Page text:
Lune de Sang is an intergenerational venture that will see the transformation of a former dairy property into a sustainably harvested forest with trees that take up to 300 years to mature.
The site is comprised of two working sheds, a family pavilion, a log cabin and the general manager's residence. The residence occupies a key position in the rural landscape and the buildings have been sited to overlook the entrance gate and the overall property.
The residence was conceived to calibrate its functions around the general manager's professional and family life. It is comprised of a combined office / dwelling and a detached shed. The office is located at the northern end of the building and works together with the adjacent verandah space.
Designed to withstand bushfires, the building's exterior is cladded with zincalume sheets and fire resistant hardwoods. The verandah is articulated by oversized columns, which accentuate the residence's presence and frame the landscape beyond. It not only serves as a viewing platform but also contributes to moderating the sub-tropical climate and during summer months turns into a second circulation zone between rooms.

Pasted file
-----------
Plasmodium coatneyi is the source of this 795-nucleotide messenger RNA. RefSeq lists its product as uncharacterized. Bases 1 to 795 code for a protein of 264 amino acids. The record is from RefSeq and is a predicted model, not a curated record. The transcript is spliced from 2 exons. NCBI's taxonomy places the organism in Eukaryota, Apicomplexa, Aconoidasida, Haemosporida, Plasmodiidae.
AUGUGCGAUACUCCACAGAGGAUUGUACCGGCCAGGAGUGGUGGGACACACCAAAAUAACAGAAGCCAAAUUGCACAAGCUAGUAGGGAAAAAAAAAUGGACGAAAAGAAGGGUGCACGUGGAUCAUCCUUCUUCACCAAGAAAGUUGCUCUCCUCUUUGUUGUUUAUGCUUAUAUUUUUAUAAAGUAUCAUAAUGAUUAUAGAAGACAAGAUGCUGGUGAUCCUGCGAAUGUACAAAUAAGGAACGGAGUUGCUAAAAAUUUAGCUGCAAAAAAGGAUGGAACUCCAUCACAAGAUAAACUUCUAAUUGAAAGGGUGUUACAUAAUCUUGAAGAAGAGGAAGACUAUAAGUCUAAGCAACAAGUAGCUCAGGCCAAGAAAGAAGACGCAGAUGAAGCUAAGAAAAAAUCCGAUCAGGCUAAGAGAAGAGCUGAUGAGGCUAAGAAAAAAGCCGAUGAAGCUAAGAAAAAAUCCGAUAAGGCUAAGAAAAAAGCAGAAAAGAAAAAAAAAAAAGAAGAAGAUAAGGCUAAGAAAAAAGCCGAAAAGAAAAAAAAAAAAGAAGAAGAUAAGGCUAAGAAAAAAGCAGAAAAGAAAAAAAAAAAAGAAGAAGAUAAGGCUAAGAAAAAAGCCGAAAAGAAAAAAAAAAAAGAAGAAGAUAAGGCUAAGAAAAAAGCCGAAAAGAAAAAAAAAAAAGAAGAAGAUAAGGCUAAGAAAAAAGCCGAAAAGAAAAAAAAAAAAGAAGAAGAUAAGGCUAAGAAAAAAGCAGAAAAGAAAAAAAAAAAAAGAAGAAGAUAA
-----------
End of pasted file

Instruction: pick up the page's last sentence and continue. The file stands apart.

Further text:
The generic gable roof allows the residence to maintain a low profile in this vast setting. The shape of the roof is reflected within the interior of the residence with walls rising to meet geometry of pitched planes and junctions. Sliding doors are externally hung to create sharply defined viewports that capture the green landscape from within. This experience is enhanced by contrasting the intensity of these framed views with a mute interior palette; comprised of concrete floors and white walls.
The general manager's residence is a reinterpretation of the traditional rural homestead. It is quiet and respectful of its setting. In its neutral expression it longs to this notion of timelessness.
The site's transformation and design process is documented here.